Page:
Now that the Vermont legislature has returned to Montpelier, I’d like to suggest again that it consider a plan to alter New Hampshire’s first-in-the-nation primary. I’ve said this before, and nobody paid any attention. Things have not gotten better.

It’s not only the money that the New Hampshire primary brings in that bothers me. It’s the … well, OK, it’s the money. In the run-up to the vote in 2016, New Hampshire’s television stations will be rolling in dough, its restaurants will be crowded with journalists and hangers-on, and its merchants’ registers will sing.

Meanwhile, we here in Vermont, who, God knows, are much better equipped to make an intelligent decision about the future of the country, are ignored. Worse, we are forced to watch salty old New Hampshire men crackle wise to the candidates and floor credulous news crews with their cranky humor. But actually, it’s the money.

The money is why New Hampshire has maintained its first-in-the-nation status despite attempts to dislodge it. New Hampshire’s legislature passed a law to make its vote first in the nation no matter how early it has to be scheduled. It has frustrated efforts to create true regional primaries by insisting that it retain its privileged perch.

Estimates of exactly how much money New Hampshire takes in off all this vary with the estimator, but suffice it to say, such revenue would make a dent in Vermont’s snow removal bill or help to balance our school accounts. Yet every four years we sit and watch this concocted farce next door and do nothing — even though there’s an easy response.

Let’s face facts. New Hampshire and certain other states (Delaware comes to mind) have always opted for lucrative schemes over honest financial planning. Delaware has its dicey incorporation laws and soaks everyone who’s forced to drive its short stretch of interstate.

New Hampshire, from its early days, was in it for other people’s money, too. It did everything possible to sell as much liquor as possible to the passing public. It had the nation’s first lottery, preying on Americans’ weakness for the promise of riches without labor. And that was back when lotteries were thought to be gambling, a sign of human frailty; now we know they’re actually not gambling in the usual sense because you have almost no chance of winning.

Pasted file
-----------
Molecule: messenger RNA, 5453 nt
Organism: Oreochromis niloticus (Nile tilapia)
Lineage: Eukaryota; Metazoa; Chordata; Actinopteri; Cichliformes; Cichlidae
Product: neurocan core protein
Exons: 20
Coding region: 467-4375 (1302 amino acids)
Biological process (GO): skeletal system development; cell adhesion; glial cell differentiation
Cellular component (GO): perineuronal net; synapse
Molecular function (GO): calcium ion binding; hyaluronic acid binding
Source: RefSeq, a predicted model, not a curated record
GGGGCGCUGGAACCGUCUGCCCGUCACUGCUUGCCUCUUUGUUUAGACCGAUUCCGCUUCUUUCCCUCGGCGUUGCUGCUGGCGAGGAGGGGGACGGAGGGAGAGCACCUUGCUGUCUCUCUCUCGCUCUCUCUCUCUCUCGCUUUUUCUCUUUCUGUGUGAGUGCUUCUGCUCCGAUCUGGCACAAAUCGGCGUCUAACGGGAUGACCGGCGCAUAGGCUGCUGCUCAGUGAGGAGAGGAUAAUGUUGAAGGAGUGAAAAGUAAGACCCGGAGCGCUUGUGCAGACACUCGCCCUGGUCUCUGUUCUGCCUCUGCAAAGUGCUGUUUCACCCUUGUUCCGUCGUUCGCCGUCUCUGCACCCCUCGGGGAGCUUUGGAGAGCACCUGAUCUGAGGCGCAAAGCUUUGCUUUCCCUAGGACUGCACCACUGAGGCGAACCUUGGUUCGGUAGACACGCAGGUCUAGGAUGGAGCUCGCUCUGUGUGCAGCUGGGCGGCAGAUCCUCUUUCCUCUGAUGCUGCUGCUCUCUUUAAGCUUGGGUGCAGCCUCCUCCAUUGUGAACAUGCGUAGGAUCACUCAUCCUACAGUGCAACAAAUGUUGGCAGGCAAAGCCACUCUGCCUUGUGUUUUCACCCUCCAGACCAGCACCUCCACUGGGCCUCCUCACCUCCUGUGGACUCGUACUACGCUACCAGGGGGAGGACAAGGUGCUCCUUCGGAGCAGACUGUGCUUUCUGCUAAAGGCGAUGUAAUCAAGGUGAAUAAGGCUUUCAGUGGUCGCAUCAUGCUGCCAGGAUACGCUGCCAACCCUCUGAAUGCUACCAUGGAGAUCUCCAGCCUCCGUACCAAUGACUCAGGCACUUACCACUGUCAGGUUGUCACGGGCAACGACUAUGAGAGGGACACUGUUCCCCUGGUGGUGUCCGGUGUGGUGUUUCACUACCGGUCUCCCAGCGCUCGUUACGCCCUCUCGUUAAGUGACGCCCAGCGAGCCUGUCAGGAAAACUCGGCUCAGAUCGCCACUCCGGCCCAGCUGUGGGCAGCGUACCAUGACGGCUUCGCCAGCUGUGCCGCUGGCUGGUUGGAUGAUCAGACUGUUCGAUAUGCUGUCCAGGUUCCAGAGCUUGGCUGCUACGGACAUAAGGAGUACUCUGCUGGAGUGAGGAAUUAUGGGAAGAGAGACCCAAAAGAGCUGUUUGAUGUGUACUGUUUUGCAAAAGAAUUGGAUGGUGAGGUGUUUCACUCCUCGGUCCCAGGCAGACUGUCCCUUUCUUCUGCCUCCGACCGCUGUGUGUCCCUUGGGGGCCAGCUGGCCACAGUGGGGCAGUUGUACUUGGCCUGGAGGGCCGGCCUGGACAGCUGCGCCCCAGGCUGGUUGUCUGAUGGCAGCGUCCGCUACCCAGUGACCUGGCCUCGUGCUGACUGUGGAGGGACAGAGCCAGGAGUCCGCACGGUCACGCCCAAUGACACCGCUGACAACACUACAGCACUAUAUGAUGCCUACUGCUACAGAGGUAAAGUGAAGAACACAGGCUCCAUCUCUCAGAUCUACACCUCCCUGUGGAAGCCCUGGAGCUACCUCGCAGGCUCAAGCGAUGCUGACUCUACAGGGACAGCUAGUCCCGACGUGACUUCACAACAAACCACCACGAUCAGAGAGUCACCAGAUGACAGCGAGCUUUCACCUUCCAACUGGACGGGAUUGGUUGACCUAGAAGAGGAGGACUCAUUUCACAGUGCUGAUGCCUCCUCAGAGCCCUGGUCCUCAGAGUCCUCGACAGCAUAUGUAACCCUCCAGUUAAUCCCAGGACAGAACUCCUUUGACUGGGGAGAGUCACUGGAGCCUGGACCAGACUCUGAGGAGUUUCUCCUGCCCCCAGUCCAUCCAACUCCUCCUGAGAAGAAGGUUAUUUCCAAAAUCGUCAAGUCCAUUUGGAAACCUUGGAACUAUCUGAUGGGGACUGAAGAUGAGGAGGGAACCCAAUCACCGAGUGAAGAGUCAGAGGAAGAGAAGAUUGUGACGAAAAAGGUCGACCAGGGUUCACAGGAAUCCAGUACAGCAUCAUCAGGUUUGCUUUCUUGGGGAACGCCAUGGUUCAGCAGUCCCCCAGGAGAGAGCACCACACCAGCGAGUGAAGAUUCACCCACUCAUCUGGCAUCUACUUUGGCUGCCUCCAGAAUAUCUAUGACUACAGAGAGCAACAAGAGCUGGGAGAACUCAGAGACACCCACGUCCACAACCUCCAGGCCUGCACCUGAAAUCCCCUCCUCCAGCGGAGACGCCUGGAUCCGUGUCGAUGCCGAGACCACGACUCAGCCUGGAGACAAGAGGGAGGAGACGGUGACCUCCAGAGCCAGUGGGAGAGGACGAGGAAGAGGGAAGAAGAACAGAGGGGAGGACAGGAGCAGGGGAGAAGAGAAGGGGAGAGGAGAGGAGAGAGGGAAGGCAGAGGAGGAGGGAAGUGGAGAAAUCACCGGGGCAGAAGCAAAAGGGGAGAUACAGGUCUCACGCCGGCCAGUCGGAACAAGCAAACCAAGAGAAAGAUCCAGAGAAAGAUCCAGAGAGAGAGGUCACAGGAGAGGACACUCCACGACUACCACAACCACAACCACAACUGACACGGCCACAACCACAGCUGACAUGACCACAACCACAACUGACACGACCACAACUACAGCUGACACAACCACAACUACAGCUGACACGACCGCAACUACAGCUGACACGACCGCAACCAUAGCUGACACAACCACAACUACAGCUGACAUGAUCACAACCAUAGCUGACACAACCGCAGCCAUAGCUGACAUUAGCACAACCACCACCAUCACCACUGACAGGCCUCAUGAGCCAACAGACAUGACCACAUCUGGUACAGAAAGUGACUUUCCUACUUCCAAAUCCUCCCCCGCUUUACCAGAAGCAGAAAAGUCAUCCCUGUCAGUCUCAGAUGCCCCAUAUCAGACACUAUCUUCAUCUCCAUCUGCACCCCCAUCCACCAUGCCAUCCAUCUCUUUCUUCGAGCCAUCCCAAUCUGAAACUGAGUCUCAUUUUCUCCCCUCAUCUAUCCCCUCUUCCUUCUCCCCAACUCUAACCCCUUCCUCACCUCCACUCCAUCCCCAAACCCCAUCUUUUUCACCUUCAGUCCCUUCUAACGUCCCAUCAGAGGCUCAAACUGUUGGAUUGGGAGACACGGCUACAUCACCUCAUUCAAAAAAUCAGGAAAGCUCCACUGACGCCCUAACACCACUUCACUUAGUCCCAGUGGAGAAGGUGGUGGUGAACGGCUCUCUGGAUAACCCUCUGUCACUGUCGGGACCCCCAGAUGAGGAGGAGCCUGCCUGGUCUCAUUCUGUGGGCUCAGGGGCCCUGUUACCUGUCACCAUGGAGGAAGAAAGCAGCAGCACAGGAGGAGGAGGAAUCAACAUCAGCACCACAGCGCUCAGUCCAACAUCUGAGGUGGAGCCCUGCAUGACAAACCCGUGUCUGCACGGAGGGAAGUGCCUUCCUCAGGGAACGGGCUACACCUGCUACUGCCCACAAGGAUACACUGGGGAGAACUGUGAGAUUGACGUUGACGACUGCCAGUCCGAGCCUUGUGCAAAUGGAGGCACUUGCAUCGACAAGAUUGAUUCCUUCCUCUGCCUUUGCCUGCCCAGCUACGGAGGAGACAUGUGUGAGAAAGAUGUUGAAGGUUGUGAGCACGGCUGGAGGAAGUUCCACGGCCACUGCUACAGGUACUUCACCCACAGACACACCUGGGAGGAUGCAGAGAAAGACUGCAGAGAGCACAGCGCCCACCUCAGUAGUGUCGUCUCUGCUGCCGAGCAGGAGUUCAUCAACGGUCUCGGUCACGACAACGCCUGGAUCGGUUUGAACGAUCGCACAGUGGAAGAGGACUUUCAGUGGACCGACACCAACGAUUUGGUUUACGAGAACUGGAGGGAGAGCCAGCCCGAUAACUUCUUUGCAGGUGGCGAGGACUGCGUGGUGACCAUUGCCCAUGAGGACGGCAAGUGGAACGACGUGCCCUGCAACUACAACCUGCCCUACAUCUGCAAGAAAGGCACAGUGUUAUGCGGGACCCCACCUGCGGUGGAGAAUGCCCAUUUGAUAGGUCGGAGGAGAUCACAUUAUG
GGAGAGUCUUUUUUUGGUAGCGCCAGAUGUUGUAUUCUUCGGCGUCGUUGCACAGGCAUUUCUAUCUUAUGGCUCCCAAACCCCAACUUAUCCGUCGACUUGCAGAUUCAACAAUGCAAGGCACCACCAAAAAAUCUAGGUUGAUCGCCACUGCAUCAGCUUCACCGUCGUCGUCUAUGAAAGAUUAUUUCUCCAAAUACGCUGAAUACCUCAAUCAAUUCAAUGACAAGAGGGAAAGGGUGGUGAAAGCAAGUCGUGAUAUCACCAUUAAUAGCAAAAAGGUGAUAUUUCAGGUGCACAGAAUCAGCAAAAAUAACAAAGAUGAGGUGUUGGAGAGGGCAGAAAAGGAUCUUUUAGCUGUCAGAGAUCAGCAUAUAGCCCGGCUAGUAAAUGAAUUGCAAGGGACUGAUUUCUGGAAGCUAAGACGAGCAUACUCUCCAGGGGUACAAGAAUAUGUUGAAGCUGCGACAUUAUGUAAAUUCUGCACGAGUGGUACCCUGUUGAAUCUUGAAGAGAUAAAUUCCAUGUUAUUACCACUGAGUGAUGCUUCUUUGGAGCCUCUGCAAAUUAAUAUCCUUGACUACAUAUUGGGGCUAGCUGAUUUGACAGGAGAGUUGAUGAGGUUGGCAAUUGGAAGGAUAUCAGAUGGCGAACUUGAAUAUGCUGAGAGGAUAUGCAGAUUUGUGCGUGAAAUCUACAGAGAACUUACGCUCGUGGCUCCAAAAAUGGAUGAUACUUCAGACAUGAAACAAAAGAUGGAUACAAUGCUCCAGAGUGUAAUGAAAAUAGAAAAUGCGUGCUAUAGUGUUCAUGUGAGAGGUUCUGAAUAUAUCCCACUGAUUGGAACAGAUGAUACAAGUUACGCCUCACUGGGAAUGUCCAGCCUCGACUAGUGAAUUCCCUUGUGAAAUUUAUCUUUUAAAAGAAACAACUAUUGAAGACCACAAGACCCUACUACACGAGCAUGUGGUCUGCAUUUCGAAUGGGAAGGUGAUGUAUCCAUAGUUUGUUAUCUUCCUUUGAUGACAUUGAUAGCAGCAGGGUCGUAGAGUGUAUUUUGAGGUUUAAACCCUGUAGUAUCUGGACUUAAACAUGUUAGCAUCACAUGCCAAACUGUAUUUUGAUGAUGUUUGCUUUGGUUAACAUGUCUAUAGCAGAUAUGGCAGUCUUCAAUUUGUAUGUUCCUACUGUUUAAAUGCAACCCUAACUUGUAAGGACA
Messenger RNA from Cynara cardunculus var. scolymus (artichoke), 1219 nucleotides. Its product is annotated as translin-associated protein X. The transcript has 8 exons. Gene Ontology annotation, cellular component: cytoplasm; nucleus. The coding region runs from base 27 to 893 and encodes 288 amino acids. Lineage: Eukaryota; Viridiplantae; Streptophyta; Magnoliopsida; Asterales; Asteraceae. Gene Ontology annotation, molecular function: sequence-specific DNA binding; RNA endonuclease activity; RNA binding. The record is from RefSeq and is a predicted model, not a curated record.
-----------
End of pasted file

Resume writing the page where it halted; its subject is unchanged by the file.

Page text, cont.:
In short, New Hampshire — the Grabbit State — turned the primary system into a scheme for selling more lottery tickets and liquor. Someone in its legislature, some crotchety old spotted loon, ruminating in his backhouse, realized that politicians’ lust for early approval could be turned into a quadrennial cash cow. The important thing was that New Hampshire be first. Iowans muscled in with their caucuses, but a lot of the caucus decisions are based on whether some farm wife put enough booze in the stroganoff. Caucuses are good-natured gab-fests. Primaries are ballots. Plus, as we saw last time, Iowans can’t count.

Here’s my idea. Vermont should have a primary at the same time as New Hampshire’s. Naturally, New Hampshire, in its spiteful and vicious cupidity, would set its primary before any specific date announced by Vermont. So Vermont’s law has to be framed as follows: “The Vermont primary will be the same day as the New Hampshire primary.” Hah! No matter what date they select, ours will be the same. They can fuss and sue and throw Sununu fits, but whatever day they choose will automatically be Vermont’s, too.

That would mean that the millions in additional trade that goes to New Hampshire would be shared by Vermont. It also would mean that the beggar-thy-neighbor, hard-fisted, poor-mouthing, unchivalrous and ungenerous attitude of New Hampshire would be tempered by the kinder, warmer, more humane Vermont. No matter how much New Hampshire voters forced primary candidates to twist their taxation and social stances into the crabbed demands so common east of the Connecticut River, a countervailing attitude of fair play and friendly persuasion would prevail to the west.

Our television and radio stations would reap bountifully. The sales tax revenue would choke our coffers. And if the plan worked, in time Maine and Massachusetts would join, and we’d be on our way toward regional primaries. Naturally, everyone would be grateful for our leadership.

Also naturally, New Hampshire would fume and snort. That alone makes this worth doing. They would call it stealing their traditional role in American politics. I call it Yankee ingenuity. And as we all know, a real Yankee is a man who eats pie for breakfast. In other words, a Vermonter. Live free or pie!

Jeff Danziger is a syndicated political cartoonist with the Rutland Herald and the Montpelier Times Argus. This column was distributed by The Washington Post, where it first appeared.

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